Being Grateful Is Key to Happiness
What does it mean to be grateful?
We’ve all felt gratitude at one point in our lives. We feel grateful when we overcome a challenge, fulfill a dream, or prevent something bad from happening.
Although we’re familiar with the feeling, it’s not always easy to define gratitude. Simply put, gratitude is being thankful for all the things you have in your life.
But let’s not confuse being grateful with pretending everything is fine all the time – being grateful is not being bling to all your problems; it’s all about making choices.
You can live your life with gratitude by focusing your time and attention on the good in it. You can appreciate the present moment rather than living in the past or the future. Difficulties will always be present, but you can learn to look at them from a different perspective.
This will help you feel better and more connected with all the things (great and small) you otherwise take for granted.
How gratitude makes you happier
Individuals who feel and express gratitude tend to be happier than those who don’t. Why does this happen? Studies show that being grateful helps you feel more positive emotions. It makes you enjoy good experiences more, helps you deal with adversities, and strengthens your connection with others.
Take a look at some of the benefits that expressing gratitude can bring to your life:
- It lifts your mood
- It boosts your physical health
- It increases your satisfaction with life and self-esteem
- It shifts your perspective to a positive outlook
- It strengthens your connection with others
- It helps you sleep better
- Supports you through hard times
What does science say?
In a study published in 2003, scientists looked at how gratitude impacts the well-being of university students. They divided the participants into three groups. One group wrote down things they were thankful for in the past week, another group listed things that bothered them in the past week, and the third group listed events that affected their lives in the past week. Besides the lists, participants filled out a form about their mood, health, and physical activity.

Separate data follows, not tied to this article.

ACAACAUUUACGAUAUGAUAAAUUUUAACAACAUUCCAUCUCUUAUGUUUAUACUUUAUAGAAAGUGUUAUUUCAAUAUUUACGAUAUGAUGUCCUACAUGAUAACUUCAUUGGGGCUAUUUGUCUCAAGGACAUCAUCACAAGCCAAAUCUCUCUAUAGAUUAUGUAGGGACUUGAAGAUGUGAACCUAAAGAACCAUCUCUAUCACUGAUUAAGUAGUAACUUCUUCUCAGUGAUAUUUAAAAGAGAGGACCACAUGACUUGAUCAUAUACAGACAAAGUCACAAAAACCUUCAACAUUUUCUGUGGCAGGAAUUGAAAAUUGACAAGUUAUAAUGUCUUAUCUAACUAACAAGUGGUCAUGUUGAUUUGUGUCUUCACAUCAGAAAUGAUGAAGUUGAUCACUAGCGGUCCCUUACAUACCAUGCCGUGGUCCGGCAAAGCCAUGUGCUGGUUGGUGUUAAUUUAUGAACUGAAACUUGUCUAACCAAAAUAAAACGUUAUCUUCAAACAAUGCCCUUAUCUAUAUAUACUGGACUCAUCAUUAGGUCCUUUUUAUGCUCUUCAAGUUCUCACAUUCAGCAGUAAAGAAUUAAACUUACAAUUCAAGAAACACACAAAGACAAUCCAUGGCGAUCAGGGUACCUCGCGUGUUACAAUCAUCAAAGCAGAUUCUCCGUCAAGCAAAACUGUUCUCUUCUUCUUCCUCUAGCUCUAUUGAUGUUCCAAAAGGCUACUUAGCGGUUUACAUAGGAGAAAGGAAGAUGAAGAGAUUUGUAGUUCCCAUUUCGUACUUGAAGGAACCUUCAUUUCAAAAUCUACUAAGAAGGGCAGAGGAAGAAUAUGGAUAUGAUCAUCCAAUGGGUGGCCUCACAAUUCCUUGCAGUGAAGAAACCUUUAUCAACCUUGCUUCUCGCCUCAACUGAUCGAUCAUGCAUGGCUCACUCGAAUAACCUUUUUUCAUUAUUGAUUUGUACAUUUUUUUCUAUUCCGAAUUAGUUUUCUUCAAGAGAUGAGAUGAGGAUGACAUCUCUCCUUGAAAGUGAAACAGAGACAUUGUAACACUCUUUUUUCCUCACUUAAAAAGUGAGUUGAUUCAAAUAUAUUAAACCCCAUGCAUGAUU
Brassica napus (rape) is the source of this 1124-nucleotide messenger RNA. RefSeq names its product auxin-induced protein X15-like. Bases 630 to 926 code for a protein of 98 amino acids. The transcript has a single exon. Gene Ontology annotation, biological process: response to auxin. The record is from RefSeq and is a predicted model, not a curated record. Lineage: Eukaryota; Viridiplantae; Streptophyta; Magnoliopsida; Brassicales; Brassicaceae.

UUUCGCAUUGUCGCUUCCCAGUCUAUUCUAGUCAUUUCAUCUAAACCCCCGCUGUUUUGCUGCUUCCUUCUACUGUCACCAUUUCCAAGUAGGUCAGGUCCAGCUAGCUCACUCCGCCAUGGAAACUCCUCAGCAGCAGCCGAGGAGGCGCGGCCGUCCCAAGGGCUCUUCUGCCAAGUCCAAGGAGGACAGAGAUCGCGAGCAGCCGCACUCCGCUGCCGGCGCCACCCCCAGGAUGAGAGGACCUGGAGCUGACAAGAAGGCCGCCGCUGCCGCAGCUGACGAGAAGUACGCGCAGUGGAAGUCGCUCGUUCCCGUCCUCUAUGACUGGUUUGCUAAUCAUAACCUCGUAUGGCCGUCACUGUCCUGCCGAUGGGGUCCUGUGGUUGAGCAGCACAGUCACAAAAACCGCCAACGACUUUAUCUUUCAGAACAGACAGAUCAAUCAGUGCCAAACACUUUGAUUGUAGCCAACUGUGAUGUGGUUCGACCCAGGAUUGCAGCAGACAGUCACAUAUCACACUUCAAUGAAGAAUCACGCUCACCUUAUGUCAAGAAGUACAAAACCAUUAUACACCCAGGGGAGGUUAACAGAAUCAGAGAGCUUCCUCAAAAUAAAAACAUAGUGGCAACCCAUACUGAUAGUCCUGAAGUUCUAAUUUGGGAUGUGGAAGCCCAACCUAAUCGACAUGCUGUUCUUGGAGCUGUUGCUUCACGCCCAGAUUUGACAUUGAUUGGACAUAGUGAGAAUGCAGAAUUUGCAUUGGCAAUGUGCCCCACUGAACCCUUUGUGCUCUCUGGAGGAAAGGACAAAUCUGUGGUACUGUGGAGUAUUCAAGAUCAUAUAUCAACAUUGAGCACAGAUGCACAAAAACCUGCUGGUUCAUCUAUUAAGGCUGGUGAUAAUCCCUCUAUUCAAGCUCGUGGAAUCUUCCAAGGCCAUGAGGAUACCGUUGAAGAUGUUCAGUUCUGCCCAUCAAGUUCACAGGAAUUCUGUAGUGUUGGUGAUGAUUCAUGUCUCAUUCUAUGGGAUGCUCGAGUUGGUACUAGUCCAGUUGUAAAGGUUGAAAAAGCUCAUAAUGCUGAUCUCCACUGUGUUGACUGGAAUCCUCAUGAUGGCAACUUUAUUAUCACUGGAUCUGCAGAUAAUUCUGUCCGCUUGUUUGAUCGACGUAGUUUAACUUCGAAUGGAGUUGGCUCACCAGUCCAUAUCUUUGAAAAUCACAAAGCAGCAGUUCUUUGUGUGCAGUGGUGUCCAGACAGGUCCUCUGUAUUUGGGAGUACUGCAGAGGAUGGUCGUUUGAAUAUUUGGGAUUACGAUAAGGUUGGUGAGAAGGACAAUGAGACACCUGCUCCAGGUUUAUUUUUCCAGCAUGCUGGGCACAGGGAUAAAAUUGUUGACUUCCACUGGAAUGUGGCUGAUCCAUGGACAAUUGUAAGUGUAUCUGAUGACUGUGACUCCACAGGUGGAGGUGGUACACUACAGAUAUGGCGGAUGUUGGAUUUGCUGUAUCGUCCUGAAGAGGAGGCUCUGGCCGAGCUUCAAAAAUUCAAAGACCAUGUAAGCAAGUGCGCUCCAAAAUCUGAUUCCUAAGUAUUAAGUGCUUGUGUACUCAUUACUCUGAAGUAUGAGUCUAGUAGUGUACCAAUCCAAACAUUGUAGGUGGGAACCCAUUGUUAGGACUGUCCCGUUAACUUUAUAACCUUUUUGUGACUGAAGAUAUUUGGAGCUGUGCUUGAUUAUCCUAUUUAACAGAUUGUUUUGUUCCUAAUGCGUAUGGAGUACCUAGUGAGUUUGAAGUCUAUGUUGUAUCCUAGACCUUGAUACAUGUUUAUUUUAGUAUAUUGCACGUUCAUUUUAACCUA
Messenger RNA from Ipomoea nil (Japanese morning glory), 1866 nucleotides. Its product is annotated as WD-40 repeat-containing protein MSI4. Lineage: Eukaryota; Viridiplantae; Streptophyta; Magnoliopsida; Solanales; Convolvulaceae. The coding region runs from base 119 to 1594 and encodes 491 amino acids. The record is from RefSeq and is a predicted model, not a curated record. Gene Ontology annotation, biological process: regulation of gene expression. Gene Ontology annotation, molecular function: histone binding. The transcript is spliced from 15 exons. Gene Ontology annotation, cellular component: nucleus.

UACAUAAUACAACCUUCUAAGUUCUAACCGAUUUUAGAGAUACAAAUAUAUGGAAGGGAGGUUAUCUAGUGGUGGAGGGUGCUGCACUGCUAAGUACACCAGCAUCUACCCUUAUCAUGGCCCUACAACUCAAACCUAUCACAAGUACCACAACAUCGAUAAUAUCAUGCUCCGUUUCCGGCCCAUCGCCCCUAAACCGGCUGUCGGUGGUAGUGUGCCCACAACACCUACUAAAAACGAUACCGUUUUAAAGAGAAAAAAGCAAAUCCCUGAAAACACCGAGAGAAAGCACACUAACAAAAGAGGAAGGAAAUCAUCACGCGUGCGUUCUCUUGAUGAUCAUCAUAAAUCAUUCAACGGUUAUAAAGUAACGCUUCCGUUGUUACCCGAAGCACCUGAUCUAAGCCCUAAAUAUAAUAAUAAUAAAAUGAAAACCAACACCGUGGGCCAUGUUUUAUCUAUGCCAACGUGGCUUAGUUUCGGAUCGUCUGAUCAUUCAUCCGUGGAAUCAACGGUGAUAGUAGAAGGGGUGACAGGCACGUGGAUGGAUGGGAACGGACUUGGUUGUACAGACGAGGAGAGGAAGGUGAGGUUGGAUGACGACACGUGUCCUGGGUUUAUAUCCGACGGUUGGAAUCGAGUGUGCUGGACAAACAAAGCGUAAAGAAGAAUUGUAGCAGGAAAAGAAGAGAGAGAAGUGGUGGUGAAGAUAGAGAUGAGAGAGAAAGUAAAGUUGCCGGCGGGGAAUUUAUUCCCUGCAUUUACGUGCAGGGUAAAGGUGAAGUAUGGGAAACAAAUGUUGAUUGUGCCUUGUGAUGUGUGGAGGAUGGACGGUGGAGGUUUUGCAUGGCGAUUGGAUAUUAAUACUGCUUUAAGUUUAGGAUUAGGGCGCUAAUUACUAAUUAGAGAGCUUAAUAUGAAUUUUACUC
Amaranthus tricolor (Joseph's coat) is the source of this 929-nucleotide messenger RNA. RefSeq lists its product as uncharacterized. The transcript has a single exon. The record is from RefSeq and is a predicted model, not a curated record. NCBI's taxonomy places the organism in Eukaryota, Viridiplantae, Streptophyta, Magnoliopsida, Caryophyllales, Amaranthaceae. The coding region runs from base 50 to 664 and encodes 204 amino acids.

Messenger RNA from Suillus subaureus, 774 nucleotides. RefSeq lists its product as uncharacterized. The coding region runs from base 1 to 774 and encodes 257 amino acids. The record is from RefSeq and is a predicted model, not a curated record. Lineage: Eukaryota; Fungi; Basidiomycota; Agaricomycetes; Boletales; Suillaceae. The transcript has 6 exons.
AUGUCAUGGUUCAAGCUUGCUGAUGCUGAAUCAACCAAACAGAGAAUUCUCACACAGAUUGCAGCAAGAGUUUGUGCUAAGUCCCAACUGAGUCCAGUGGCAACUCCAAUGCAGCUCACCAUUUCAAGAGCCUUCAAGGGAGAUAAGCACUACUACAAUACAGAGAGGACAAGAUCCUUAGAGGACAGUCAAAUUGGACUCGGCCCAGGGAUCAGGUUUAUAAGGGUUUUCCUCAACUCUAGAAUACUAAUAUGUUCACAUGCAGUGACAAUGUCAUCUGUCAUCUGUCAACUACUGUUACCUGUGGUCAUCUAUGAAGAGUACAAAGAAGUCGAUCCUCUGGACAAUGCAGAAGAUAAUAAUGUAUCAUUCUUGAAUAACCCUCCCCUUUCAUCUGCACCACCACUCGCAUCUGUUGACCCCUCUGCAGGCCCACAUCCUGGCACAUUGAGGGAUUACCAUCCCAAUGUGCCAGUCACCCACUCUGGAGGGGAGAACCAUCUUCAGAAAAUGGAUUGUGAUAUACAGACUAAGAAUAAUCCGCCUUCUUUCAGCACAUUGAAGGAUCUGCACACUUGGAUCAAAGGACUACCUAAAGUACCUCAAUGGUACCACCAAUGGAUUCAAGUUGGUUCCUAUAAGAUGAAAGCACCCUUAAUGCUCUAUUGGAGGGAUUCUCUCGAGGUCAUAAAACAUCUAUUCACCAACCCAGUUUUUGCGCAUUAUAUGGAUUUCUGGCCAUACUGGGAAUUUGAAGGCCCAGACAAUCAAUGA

The results showed that those in the gratitude group rated their lives more positively than those in the hassle or events groups. The gratitude group also had fewer physical symptoms than the other two groups. Interestingly, those in the gratitude group spent more time exercising than those in the hassle group.
Other studies confirmed these findings, showing that expressing gratitude does have a positive effect on well-being.
Ways to cultivate gratitude
Now that know that showing gratitude can contribute to a happier life, the next step is learning how to do it. There are various techniques to cultivate gratitude; the most common are:
- Gratitude exercises – these include meditation focusing on being thankful for various elements in your life, creating a visual mood board with things you’re grateful for, or writing down notes and keeping them in a jar or container.
- Gratitude journals – this is one of the most effective ways to express gratitude, and it involves writing a diary, recording the things you’re grateful for.
While gratitude won't magically solve all your problems, it can make it easier to deal with them and contribute to a happier life. Include some gratitude exercises in your daily routine and see how it makes a difference.
- Harvard Health Publishing. Giving thanks can make you happier.
- J Pers Soc Psychol. Counting blessings versus burdens: an experimental investigation of gratitude and subjective well-being in daily life.
- Span J Psychol. The effects of counting blessings on subjective well-being: a gratitude intervention in a Spanish sample.
- Future Learn. Gratitude and happiness: the importance of being grateful.